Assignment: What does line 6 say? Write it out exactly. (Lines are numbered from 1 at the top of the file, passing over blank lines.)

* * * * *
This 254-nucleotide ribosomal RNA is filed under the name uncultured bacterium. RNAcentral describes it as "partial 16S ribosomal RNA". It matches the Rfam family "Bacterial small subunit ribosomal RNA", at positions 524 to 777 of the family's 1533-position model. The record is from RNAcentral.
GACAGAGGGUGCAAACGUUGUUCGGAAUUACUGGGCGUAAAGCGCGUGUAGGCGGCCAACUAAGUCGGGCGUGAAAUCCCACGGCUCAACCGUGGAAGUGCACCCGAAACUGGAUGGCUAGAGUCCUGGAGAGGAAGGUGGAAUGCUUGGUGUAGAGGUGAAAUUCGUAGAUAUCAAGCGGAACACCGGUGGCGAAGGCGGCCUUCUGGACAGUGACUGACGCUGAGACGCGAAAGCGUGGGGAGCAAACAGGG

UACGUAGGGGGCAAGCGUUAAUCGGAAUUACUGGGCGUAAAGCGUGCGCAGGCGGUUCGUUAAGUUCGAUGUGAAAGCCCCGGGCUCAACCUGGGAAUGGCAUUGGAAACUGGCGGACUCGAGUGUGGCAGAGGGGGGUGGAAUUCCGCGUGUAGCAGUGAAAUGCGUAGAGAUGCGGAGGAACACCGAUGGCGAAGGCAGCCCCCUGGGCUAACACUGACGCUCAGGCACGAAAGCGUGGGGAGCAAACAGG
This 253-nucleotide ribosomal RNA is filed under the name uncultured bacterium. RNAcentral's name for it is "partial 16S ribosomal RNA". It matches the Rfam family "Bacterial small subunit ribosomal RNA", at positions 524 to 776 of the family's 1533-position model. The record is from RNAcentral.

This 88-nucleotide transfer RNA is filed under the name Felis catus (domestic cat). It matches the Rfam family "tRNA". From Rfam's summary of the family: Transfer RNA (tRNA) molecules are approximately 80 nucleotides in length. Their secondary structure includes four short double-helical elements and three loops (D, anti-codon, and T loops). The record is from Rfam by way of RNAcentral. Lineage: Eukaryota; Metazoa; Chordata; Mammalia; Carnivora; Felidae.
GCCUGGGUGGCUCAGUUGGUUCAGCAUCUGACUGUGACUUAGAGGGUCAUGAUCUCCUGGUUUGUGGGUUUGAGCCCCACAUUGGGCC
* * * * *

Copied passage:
GCCUGGGUGGCUCAGUUGGUUCAGCAUCUGACUGUGACUUAGAGGGUCAUGAUCUCCUGGUUUGUGGGUUUGAGCCCCACAUUGGGCC